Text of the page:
Self-service dog wash opens in Heights

Herald photo/Steven Doll - Martin Olalde of Killeen washes his 4-month-old Pomeranian, Fox, in one of the dog-wash tubs Tuesday morning at Shangri-Paw.

By Don Bolding

Killeen Daily Herald

It was the best of times and the worst of times to open a do-it-yourself dog washing business, but the month-old Shangri-Paw LLC in Harker Heights is off to a good start.

It was the worst of times in the early startup phases last year because David Tribby, just out of the Army, and his wife, Danielle, had to look for loans while the recession was in full swing and money was tight. So they had to rely on their own money and a little help from family.

It was the best of times because that same recession was discouraging many people from most commercial pet care except for veterinary services and boarding, and the Tribbys offer a chance for owners to wash any compliant animal under 300 pounds for a small fraction of what a full-service wash-and-groom facility would charge.

Jose and Evelyn Calzada had brought in their 7-month-old Rottweiler named Deuce, who seemed to enjoy the adventure.

"We'd have to pay as much as $100 to have someone else do it somewhere else," Jose said.

Thomas Poindexter and his sister Tracie Kitchens brought in a pit bull named Fred, a Yorkie named Pasha and a Shih Tzu named Wicket.

David Tribby said Wicket was the facility's first customer. Tiny Pasha pushed the envelope on the rules of conduct by shrieking at Deuce and Fred, who roared back at her, but she cooled down considerably when the soap and water applied by Kitchens made her look half her size.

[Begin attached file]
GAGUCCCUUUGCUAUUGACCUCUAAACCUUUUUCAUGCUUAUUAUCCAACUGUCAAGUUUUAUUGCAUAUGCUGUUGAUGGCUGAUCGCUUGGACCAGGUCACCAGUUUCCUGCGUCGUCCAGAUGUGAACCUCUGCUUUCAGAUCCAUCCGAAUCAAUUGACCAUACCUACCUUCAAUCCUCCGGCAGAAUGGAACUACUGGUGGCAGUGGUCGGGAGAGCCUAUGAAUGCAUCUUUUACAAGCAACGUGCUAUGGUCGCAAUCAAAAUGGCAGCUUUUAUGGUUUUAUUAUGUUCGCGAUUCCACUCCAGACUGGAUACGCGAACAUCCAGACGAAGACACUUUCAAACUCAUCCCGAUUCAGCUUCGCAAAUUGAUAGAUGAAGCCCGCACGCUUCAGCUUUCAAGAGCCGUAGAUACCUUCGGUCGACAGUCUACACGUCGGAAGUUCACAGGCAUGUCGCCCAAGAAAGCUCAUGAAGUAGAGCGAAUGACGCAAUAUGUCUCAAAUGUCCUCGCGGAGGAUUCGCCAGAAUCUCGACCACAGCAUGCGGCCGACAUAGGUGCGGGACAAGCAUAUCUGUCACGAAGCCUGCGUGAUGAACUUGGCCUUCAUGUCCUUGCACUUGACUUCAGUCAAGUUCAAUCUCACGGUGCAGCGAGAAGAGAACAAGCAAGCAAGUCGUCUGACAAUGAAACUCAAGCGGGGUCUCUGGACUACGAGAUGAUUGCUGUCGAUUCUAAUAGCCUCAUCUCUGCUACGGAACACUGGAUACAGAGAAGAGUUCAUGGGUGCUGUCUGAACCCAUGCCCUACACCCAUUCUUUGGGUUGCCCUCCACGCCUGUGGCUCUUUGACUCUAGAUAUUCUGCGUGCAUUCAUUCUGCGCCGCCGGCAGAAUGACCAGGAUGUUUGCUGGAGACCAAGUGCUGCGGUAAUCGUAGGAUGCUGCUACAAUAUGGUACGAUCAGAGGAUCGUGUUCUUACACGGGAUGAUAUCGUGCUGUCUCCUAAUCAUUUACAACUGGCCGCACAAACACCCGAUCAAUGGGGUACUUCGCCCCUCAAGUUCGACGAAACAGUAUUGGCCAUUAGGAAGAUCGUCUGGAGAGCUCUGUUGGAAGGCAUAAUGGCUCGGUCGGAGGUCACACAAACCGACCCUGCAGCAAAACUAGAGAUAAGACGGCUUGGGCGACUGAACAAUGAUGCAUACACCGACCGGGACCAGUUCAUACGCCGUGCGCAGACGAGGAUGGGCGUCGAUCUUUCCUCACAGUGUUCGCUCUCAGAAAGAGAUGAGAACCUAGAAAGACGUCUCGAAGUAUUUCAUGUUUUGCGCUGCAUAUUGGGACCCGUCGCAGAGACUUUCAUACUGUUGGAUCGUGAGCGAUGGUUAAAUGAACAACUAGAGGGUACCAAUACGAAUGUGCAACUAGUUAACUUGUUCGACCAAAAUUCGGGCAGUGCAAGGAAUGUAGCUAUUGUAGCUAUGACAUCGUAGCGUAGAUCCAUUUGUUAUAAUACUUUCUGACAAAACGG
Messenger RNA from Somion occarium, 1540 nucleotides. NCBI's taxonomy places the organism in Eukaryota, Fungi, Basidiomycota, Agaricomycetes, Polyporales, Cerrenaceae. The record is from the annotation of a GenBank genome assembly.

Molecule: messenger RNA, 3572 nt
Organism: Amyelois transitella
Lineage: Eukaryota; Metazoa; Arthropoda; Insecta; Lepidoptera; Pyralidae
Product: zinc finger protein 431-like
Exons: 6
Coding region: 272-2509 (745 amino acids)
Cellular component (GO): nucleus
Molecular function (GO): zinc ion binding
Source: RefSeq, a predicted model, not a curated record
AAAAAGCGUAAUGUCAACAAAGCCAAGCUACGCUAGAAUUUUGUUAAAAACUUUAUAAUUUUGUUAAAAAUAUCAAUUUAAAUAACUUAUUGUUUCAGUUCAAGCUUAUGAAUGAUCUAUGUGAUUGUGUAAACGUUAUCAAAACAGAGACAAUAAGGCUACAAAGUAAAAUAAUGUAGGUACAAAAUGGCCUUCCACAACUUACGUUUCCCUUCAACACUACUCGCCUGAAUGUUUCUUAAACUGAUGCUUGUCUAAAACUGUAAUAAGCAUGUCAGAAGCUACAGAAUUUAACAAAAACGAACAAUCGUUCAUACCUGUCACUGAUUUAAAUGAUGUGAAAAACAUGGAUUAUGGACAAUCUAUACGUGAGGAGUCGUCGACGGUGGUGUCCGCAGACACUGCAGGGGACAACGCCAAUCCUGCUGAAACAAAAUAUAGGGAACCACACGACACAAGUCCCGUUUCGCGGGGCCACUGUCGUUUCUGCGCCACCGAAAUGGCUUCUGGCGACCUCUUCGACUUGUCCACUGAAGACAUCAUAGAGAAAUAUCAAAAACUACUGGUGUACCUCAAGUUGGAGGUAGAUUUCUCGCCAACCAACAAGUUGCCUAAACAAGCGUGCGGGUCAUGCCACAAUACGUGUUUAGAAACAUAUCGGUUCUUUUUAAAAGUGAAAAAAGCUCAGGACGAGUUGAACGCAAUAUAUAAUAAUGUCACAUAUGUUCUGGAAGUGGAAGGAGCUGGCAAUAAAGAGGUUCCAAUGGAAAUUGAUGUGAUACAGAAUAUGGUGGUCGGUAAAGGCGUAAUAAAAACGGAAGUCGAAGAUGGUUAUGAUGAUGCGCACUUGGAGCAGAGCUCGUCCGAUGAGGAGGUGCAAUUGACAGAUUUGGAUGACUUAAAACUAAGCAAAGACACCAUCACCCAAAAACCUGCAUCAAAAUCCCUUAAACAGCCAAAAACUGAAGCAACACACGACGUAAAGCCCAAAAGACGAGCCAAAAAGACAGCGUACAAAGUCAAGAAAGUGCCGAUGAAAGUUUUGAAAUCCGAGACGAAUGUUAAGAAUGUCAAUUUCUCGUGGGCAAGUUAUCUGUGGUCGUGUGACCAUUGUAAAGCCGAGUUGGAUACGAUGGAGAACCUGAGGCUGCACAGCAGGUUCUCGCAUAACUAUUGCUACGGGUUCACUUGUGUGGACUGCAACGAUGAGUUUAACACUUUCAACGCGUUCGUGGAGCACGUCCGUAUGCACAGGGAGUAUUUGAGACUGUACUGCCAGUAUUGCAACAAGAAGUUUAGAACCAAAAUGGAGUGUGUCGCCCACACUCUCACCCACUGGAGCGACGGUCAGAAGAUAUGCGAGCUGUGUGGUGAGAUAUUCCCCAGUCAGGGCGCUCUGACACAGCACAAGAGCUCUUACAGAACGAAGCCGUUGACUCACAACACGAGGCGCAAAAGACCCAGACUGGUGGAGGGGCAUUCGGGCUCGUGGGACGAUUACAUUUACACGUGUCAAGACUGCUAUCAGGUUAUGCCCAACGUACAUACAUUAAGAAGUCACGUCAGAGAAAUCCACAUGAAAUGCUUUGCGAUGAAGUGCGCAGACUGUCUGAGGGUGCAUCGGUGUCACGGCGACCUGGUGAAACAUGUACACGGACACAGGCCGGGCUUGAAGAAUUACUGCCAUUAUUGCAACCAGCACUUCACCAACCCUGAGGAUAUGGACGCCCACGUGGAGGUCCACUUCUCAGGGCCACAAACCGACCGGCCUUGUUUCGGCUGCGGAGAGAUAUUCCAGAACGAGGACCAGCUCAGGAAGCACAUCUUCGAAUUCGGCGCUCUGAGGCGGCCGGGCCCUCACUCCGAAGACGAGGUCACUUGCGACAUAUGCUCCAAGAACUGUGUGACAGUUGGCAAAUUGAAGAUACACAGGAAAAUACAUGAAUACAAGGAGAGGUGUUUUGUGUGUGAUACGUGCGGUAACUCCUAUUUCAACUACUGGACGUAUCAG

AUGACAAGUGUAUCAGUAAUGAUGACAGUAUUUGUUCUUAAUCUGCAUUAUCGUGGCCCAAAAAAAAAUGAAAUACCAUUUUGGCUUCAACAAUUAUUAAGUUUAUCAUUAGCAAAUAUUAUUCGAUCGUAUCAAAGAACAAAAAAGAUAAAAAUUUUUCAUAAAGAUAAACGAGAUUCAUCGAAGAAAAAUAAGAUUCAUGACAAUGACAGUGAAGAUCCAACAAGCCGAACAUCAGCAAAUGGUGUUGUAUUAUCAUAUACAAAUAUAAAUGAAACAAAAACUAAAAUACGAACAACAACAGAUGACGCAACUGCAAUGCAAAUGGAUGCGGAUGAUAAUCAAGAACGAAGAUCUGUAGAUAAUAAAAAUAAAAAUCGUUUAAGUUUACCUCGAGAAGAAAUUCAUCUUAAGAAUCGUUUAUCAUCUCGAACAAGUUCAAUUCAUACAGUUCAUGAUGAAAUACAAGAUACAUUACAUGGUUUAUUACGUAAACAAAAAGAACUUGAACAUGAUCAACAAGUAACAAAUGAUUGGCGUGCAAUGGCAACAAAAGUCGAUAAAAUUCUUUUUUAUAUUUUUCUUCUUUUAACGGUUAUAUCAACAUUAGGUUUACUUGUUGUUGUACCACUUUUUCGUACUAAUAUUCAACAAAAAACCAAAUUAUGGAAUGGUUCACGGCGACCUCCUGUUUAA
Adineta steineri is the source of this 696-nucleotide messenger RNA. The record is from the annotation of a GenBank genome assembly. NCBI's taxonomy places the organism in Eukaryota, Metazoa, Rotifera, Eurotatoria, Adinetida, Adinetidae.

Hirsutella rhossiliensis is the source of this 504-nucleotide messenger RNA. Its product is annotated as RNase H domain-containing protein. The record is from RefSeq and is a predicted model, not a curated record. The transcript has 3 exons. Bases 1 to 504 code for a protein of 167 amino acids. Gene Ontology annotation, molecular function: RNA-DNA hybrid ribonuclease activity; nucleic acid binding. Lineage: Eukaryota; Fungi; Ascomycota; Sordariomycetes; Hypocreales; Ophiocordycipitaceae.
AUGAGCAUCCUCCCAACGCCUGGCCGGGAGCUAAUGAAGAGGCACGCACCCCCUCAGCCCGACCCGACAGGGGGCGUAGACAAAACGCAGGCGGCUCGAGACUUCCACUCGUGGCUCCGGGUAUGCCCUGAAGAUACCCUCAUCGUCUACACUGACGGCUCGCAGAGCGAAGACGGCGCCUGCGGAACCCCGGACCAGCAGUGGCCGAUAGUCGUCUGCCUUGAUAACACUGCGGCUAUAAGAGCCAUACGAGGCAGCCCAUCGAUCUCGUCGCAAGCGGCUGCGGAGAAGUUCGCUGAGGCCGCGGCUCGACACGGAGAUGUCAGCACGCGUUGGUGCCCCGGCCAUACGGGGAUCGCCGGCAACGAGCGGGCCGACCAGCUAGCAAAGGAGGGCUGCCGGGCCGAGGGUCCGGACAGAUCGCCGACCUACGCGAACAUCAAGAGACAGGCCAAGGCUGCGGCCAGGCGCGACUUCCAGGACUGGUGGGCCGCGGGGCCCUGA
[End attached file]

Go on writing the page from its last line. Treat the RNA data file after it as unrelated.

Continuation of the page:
Owners are asked to call ahead about any animals that might be a problem beyond the momentary snap and snarl so that they can be confined and acclimatized before they're exposed to other animals.

The Tribbys supply elevated tubs, heavy aprons, brushes, hoses and a choice of soaps applied with a seltzer effect to maximize cleaning. Most soaps are scented, but the selection includes a hypoallergenic unscented product.

Also in the deal is a blow-dry hose, which David explained blows cool air because hot air from a human hair-dryer can injure a dog, sometimes fatally, because its coat can't get rid of the heat.

The washing facility is the first of several services soon to be offered, including self-service and professional grooming and boarding.

The boarding facility, still under construction in the back of the building, will take up most of the space in the 30-year-old metal building that used to be a commercial garment manufacturing plant.

The day care and boarding, which will become the core of the business, will be open only to dogs.

"We opened the washing area first because it's in front, next to the reception area, and we had to get that finished first," David said. "I'm using the best materials, and I consult with a veterinary dermatologist, but the only things I haven't done myself are the plumbing and electrical work because they require licensing."

David, a former Army officer with the 1st Cavalry Division, said he left active duty when two of three slots open in the immediate future involved a return to the Middle East, where he had already been, and the other was a recruiting command. Now a major, he is the chemical officer in reserve status at Camp Mabry in Austin.

He got the idea for a self-service dog wash from a company in Washington state and believed there was a market in the Fort Hood area. He and Danielle are both longtime dog owners.

"I'm looking forward to the day we get a small Shetland pony in here," he said.

Contact Don Bolding at or (254) 501-7557.

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